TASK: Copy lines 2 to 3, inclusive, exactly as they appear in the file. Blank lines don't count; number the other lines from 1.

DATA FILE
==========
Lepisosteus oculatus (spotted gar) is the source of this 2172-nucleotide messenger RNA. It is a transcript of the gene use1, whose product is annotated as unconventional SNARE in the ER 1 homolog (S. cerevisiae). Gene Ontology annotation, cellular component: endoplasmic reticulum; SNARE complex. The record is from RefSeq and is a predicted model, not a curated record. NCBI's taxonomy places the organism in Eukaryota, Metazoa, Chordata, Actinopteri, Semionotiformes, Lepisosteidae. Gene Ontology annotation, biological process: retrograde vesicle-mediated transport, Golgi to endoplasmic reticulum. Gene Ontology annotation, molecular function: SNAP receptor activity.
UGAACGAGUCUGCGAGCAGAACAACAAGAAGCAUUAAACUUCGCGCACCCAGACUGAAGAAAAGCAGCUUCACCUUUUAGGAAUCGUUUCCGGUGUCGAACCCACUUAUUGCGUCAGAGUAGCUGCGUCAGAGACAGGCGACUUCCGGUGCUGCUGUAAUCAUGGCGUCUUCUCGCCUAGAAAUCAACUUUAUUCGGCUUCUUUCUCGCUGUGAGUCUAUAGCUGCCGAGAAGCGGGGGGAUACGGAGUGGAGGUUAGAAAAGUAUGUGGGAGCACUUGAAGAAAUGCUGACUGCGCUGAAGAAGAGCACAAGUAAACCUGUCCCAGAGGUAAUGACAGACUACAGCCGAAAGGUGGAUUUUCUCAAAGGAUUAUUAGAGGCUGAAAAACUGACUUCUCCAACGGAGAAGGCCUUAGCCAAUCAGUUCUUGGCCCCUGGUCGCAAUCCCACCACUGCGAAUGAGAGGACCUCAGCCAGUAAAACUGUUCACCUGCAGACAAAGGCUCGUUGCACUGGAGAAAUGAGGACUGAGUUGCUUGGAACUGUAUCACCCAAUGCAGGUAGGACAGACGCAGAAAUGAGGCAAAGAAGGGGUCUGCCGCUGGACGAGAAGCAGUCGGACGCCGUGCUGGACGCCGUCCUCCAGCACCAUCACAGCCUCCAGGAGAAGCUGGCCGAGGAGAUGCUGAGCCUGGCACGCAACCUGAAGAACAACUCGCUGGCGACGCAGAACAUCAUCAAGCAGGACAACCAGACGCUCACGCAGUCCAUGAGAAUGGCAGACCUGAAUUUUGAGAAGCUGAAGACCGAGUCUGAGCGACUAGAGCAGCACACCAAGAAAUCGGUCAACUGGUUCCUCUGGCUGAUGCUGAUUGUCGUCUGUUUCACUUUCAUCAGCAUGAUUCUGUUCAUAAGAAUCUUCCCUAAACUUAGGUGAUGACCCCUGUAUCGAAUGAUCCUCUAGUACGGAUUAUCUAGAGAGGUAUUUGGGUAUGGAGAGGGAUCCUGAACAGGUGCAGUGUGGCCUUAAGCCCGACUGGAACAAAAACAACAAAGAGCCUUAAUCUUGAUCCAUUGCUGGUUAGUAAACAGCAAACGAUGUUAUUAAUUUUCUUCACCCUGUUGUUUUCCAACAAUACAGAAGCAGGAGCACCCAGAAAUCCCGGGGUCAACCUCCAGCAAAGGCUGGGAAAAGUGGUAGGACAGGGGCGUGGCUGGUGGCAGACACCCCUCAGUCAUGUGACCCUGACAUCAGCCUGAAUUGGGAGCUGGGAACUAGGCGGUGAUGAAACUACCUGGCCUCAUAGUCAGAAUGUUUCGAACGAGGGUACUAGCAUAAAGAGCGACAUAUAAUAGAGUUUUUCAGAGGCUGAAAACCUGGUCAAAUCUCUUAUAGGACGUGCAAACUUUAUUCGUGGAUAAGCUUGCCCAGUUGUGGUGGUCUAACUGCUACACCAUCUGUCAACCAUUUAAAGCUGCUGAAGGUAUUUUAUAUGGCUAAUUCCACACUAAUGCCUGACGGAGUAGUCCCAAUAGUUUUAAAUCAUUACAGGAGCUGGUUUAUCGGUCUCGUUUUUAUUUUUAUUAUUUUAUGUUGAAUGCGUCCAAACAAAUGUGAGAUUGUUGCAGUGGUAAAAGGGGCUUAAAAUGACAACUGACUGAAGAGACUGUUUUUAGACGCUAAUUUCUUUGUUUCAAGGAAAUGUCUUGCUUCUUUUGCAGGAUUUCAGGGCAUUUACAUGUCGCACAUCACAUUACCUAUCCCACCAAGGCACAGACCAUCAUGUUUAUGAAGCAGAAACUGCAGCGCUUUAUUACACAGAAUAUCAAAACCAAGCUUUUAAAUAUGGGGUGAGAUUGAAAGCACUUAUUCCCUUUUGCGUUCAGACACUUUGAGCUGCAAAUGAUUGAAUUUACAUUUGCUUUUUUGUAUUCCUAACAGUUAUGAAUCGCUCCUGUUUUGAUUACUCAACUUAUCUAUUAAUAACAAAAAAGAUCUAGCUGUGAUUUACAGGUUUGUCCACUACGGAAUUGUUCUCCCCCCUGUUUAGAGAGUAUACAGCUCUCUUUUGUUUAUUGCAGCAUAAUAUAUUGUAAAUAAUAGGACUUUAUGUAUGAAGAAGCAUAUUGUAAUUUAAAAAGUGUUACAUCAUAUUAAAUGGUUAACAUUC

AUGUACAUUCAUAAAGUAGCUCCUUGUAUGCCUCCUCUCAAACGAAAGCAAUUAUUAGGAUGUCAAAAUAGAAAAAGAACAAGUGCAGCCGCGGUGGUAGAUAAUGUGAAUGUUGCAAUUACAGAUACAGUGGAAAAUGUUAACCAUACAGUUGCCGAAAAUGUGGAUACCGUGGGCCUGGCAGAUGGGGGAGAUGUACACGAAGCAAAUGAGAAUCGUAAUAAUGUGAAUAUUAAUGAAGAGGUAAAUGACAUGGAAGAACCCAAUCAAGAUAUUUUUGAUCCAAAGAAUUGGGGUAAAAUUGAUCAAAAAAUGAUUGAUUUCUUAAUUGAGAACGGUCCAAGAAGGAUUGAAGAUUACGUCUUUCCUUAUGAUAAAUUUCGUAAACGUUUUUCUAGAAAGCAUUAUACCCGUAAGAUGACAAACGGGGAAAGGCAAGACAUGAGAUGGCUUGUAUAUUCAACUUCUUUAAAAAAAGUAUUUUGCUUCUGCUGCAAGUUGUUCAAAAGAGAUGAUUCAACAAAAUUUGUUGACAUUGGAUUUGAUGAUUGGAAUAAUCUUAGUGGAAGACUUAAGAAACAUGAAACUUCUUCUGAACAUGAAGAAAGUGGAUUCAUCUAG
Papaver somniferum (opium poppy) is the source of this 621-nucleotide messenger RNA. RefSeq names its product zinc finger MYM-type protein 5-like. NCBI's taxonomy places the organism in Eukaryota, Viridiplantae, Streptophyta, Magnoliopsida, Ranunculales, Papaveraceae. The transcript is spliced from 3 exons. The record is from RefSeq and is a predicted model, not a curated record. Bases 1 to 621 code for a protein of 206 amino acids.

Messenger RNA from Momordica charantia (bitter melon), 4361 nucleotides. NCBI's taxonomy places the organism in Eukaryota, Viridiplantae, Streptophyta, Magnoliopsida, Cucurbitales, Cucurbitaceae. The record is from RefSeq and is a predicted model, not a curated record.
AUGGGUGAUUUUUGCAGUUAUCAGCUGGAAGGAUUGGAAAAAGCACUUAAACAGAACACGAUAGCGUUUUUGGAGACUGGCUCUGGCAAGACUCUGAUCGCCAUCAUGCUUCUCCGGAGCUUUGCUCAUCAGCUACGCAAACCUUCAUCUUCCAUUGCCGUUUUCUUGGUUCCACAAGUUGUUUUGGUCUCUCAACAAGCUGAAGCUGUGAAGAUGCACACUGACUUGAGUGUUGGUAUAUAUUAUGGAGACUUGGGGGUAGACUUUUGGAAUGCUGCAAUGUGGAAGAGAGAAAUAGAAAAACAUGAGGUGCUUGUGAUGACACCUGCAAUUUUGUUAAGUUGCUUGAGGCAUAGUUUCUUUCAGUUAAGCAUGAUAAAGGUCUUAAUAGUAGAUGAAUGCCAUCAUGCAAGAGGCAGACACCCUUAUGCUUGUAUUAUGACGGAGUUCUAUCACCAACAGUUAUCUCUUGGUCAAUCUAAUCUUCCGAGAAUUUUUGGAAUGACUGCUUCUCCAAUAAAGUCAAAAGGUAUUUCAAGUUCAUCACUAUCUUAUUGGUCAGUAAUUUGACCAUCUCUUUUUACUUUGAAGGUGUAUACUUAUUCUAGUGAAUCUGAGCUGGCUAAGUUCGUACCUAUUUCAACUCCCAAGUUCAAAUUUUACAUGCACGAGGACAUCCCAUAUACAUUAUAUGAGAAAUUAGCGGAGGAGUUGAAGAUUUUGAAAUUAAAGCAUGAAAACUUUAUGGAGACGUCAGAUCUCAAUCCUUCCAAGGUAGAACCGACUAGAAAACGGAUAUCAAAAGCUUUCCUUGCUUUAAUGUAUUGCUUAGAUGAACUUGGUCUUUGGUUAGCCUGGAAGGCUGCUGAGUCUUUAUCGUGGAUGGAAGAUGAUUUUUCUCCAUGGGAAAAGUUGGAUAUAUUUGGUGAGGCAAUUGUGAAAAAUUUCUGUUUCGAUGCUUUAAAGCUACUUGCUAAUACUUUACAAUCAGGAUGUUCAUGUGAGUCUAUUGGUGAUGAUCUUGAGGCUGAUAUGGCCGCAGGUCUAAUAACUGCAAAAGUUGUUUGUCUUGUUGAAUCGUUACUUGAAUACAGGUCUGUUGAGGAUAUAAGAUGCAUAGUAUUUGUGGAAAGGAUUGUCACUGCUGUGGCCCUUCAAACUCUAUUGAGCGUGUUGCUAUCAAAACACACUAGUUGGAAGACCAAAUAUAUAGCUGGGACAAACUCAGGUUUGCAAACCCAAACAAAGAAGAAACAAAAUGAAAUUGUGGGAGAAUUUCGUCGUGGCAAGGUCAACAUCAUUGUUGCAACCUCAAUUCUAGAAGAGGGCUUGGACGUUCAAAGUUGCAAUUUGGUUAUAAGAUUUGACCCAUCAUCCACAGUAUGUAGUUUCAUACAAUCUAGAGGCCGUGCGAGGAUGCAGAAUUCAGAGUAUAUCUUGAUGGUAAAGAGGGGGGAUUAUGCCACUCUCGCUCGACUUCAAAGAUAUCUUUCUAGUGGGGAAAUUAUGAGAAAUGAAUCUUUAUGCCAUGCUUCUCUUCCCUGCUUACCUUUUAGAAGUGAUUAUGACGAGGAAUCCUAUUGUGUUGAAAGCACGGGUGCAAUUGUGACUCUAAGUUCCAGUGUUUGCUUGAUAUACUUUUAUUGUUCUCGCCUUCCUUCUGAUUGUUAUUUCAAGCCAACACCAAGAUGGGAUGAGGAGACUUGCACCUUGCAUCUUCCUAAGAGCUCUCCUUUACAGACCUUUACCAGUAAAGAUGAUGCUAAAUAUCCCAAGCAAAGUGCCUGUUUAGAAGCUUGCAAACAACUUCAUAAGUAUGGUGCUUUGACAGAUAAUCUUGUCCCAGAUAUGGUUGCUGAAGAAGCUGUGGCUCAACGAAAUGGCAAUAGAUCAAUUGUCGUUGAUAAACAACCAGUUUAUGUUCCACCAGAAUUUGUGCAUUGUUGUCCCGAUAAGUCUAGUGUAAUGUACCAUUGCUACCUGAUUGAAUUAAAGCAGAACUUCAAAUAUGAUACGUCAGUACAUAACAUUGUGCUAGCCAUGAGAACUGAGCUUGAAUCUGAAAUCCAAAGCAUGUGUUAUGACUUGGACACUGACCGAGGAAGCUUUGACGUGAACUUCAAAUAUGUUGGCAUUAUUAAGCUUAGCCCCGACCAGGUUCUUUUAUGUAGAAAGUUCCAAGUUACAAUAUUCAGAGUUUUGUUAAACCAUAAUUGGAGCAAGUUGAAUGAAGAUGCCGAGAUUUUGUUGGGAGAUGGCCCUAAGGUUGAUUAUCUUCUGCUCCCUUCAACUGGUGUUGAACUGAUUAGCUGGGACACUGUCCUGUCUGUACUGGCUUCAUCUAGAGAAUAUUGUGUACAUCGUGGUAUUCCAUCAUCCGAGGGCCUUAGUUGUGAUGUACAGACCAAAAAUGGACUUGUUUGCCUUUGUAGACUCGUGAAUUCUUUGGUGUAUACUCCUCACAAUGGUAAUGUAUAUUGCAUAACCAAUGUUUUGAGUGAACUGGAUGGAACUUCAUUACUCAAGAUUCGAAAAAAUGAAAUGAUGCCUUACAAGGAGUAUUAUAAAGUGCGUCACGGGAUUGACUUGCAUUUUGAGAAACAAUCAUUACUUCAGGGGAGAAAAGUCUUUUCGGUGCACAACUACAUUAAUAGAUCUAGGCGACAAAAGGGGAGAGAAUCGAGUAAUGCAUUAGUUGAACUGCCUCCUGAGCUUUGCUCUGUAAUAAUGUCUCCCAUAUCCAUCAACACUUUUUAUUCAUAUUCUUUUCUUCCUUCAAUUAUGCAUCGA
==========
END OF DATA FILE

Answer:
UGAACGAGUCUGCGAGCAGAACAACAAGAAGCAUUAAACUUCGCGCACCCAGACUGAAGAAAAGCAGCUUCACCUUUUAGGAAUCGUUUCCGGUGUCGAACCCACUUAUUGCGUCAGAGUAGCUGCGUCAGAGACAGGCGACUUCCGGUGCUGCUGUAAUCAUGGCGUCUUCUCGCCUAGAAAUCAACUUUAUUCGGCUUCUUUCUCGCUGUGAGUCUAUAGCUGCCGAGAAGCGGGGGGAUACGGAGUGGAGGUUAGAAAAGUAUGUGGGAGCACUUGAAGAAAUGCUGACUGCGCUGAAGAAGAGCACAAGUAAACCUGUCCCAGAGGUAAUGACAGACUACAGCCGAAAGGUGGAUUUUCUCAAAGGAUUAUUAGAGGCUGAAAAACUGACUUCUCCAACGGAGAAGGCCUUAGCCAAUCAGUUCUUGGCCCCUGGUCGCAAUCCCACCACUGCGAAUGAGAGGACCUCAGCCAGUAAAACUGUUCACCUGCAGACAAAGGCUCGUUGCACUGGAGAAAUGAGGACUGAGUUGCUUGGAACUGUAUCACCCAAUGCAGGUAGGACAGACGCAGAAAUGAGGCAAAGAAGGGGUCUGCCGCUGGACGAGAAGCAGUCGGACGCCGUGCUGGACGCCGUCCUCCAGCACCAUCACAGCCUCCAGGAGAAGCUGGCCGAGGAGAUGCUGAGCCUGGCACGCAACCUGAAGAACAACUCGCUGGCGACGCAGAACAUCAUCAAGCAGGACAACCAGACGCUCACGCAGUCCAUGAGAAUGGCAGACCUGAAUUUUGAGAAGCUGAAGACCGAGUCUGAGCGACUAGAGCAGCACACCAAGAAAUCGGUCAACUGGUUCCUCUGGCUGAUGCUGAUUGUCGUCUGUUUCACUUUCAUCAGCAUGAUUCUGUUCAUAAGAAUCUUCCCUAAACUUAGGUGAUGACCCCUGUAUCGAAUGAUCCUCUAGUACGGAUUAUCUAGAGAGGUAUUUGGGUAUGGAGAGGGAUCCUGAACAGGUGCAGUGUGGCCUUAAGCCCGACUGGAACAAAAACAACAAAGAGCCUUAAUCUUGAUCCAUUGCUGGUUAGUAAACAGCAAACGAUGUUAUUAAUUUUCUUCACCCUGUUGUUUUCCAACAAUACAGAAGCAGGAGCACCCAGAAAUCCCGGGGUCAACCUCCAGCAAAGGCUGGGAAAAGUGGUAGGACAGGGGCGUGGCUGGUGGCAGACACCCCUCAGUCAUGUGACCCUGACAUCAGCCUGAAUUGGGAGCUGGGAACUAGGCGGUGAUGAAACUACCUGGCCUCAUAGUCAGAAUGUUUCGAACGAGGGUACUAGCAUAAAGAGCGACAUAUAAUAGAGUUUUUCAGAGGCUGAAAACCUGGUCAAAUCUCUUAUAGGACGUGCAAACUUUAUUCGUGGAUAAGCUUGCCCAGUUGUGGUGGUCUAACUGCUACACCAUCUGUCAACCAUUUAAAGCUGCUGAAGGUAUUUUAUAUGGCUAAUUCCACACUAAUGCCUGACGGAGUAGUCCCAAUAGUUUUAAAUCAUUACAGGAGCUGGUUUAUCGGUCUCGUUUUUAUUUUUAUUAUUUUAUGUUGAAUGCGUCCAAACAAAUGUGAGAUUGUUGCAGUGGUAAAAGGGGCUUAAAAUGACAACUGACUGAAGAGACUGUUUUUAGACGCUAAUUUCUUUGUUUCAAGGAAAUGUCUUGCUUCUUUUGCAGGAUUUCAGGGCAUUUACAUGUCGCACAUCACAUUACCUAUCCCACCAAGGCACAGACCAUCAUGUUUAUGAAGCAGAAACUGCAGCGCUUUAUUACACAGAAUAUCAAAACCAAGCUUUUAAAUAUGGGGUGAGAUUGAAAGCACUUAUUCCCUUUUGCGUUCAGACACUUUGAGCUGCAAAUGAUUGAAUUUACAUUUGCUUUUUUGUAUUCCUAACAGUUAUGAAUCGCUCCUGUUUUGAUUACUCAACUUAUCUAUUAAUAACAAAAAAGAUCUAGCUGUGAUUUACAGGUUUGUCCACUACGGAAUUGUUCUCCCCCCUGUUUAGAGAGUAUACAGCUCUCUUUUGUUUAUUGCAGCAUAAUAUAUUGUAAAUAAUAGGACUUUAUGUAUGAAGAAGCAUAUUGUAAUUUAAAAAGUGUUACAUCAUAUUAAAUGGUUAACAUUC

AUGUACAUUCAUAAAGUAGCUCCUUGUAUGCCUCCUCUCAAACGAAAGCAAUUAUUAGGAUGUCAAAAUAGAAAAAGAACAAGUGCAGCCGCGGUGGUAGAUAAUGUGAAUGUUGCAAUUACAGAUACAGUGGAAAAUGUUAACCAUACAGUUGCCGAAAAUGUGGAUACCGUGGGCCUGGCAGAUGGGGGAGAUGUACACGAAGCAAAUGAGAAUCGUAAUAAUGUGAAUAUUAAUGAAGAGGUAAAUGACAUGGAAGAACCCAAUCAAGAUAUUUUUGAUCCAAAGAAUUGGGGUAAAAUUGAUCAAAAAAUGAUUGAUUUCUUAAUUGAGAACGGUCCAAGAAGGAUUGAAGAUUACGUCUUUCCUUAUGAUAAAUUUCGUAAACGUUUUUCUAGAAAGCAUUAUACCCGUAAGAUGACAAACGGGGAAAGGCAAGACAUGAGAUGGCUUGUAUAUUCAACUUCUUUAAAAAAAGUAUUUUGCUUCUGCUGCAAGUUGUUCAAAAGAGAUGAUUCAACAAAAUUUGUUGACAUUGGAUUUGAUGAUUGGAAUAAUCUUAGUGGAAGACUUAAGAAACAUGAAACUUCUUCUGAACAUGAAGAAAGUGGAUUCAUCUAG